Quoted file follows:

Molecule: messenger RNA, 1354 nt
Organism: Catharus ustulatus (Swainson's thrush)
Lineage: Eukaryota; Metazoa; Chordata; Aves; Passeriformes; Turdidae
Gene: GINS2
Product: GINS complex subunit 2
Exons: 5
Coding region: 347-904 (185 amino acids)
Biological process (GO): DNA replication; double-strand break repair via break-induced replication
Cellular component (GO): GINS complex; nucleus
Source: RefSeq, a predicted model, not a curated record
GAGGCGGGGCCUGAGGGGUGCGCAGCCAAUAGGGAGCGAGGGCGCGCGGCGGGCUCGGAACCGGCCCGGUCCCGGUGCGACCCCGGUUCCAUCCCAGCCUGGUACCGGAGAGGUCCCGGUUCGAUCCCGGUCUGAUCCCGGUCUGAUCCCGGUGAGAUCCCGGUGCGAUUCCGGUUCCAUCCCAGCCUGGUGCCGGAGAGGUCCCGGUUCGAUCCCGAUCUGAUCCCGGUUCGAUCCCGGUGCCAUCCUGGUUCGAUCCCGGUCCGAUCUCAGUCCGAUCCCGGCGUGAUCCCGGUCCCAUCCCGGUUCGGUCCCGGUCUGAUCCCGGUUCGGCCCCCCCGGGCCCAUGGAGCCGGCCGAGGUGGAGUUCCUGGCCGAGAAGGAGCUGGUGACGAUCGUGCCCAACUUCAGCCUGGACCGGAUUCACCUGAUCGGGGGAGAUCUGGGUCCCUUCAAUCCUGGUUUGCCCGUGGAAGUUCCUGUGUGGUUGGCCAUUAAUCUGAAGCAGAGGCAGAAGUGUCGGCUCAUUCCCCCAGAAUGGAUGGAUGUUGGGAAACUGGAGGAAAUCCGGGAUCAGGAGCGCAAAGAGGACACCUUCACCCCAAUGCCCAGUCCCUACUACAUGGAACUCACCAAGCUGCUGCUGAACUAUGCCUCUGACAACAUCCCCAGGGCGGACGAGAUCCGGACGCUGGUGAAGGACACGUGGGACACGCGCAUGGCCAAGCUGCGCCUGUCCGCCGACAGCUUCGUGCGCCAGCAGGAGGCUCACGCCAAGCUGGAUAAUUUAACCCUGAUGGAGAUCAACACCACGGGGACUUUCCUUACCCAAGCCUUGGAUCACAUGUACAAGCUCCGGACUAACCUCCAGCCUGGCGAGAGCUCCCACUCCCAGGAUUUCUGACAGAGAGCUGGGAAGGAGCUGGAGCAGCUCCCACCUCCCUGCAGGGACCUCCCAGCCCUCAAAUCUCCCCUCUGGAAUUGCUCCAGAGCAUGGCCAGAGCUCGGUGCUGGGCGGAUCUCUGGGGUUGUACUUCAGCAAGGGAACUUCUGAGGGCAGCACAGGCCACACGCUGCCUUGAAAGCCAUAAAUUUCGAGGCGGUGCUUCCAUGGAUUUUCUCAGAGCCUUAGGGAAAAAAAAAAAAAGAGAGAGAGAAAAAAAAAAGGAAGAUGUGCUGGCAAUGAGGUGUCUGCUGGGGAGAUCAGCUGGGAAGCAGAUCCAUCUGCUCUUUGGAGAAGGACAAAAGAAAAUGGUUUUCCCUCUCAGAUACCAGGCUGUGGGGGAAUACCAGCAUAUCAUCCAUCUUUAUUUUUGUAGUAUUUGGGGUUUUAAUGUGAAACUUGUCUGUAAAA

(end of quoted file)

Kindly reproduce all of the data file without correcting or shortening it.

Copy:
Molecule: messenger RNA, 1354 nt
Organism: Catharus ustulatus (Swainson's thrush)
Lineage: Eukaryota; Metazoa; Chordata; Aves; Passeriformes; Turdidae
Gene: GINS2
Product: GINS complex subunit 2
Exons: 5
Coding region: 347-904 (185 amino acids)
Biological process (GO): DNA replication; double-strand break repair via break-induced replication
Cellular component (GO): GINS complex; nucleus
Source: RefSeq, a predicted model, not a curated record
GAGGCGGGGCCUGAGGGGUGCGCAGCCAAUAGGGAGCGAGGGCGCGCGGCGGGCUCGGAACCGGCCCGGUCCCGGUGCGACCCCGGUUCCAUCCCAGCCUGGUACCGGAGAGGUCCCGGUUCGAUCCCGGUCUGAUCCCGGUCUGAUCCCGGUGAGAUCCCGGUGCGAUUCCGGUUCCAUCCCAGCCUGGUGCCGGAGAGGUCCCGGUUCGAUCCCGAUCUGAUCCCGGUUCGAUCCCGGUGCCAUCCUGGUUCGAUCCCGGUCCGAUCUCAGUCCGAUCCCGGCGUGAUCCCGGUCCCAUCCCGGUUCGGUCCCGGUCUGAUCCCGGUUCGGCCCCCCCGGGCCCAUGGAGCCGGCCGAGGUGGAGUUCCUGGCCGAGAAGGAGCUGGUGACGAUCGUGCCCAACUUCAGCCUGGACCGGAUUCACCUGAUCGGGGGAGAUCUGGGUCCCUUCAAUCCUGGUUUGCCCGUGGAAGUUCCUGUGUGGUUGGCCAUUAAUCUGAAGCAGAGGCAGAAGUGUCGGCUCAUUCCCCCAGAAUGGAUGGAUGUUGGGAAACUGGAGGAAAUCCGGGAUCAGGAGCGCAAAGAGGACACCUUCACCCCAAUGCCCAGUCCCUACUACAUGGAACUCACCAAGCUGCUGCUGAACUAUGCCUCUGACAACAUCCCCAGGGCGGACGAGAUCCGGACGCUGGUGAAGGACACGUGGGACACGCGCAUGGCCAAGCUGCGCCUGUCCGCCGACAGCUUCGUGCGCCAGCAGGAGGCUCACGCCAAGCUGGAUAAUUUAACCCUGAUGGAGAUCAACACCACGGGGACUUUCCUUACCCAAGCCUUGGAUCACAUGUACAAGCUCCGGACUAACCUCCAGCCUGGCGAGAGCUCCCACUCCCAGGAUUUCUGACAGAGAGCUGGGAAGGAGCUGGAGCAGCUCCCACCUCCCUGCAGGGACCUCCCAGCCCUCAAAUCUCCCCUCUGGAAUUGCUCCAGAGCAUGGCCAGAGCUCGGUGCUGGGCGGAUCUCUGGGGUUGUACUUCAGCAAGGGAACUUCUGAGGGCAGCACAGGCCACACGCUGCCUUGAAAGCCAUAAAUUUCGAGGCGGUGCUUCCAUGGAUUUUCUCAGAGCCUUAGGGAAAAAAAAAAAAAGAGAGAGAGAAAAAAAAAAGGAAGAUGUGCUGGCAAUGAGGUGUCUGCUGGGGAGAUCAGCUGGGAAGCAGAUCCAUCUGCUCUUUGGAGAAGGACAAAAGAAAAUGGUUUUCCCUCUCAGAUACCAGGCUGUGGGGGAAUACCAGCAUAUCAUCCAUCUUUAUUUUUGUAGUAUUUGGGGUUUUAAUGUGAAACUUGUCUGUAAAA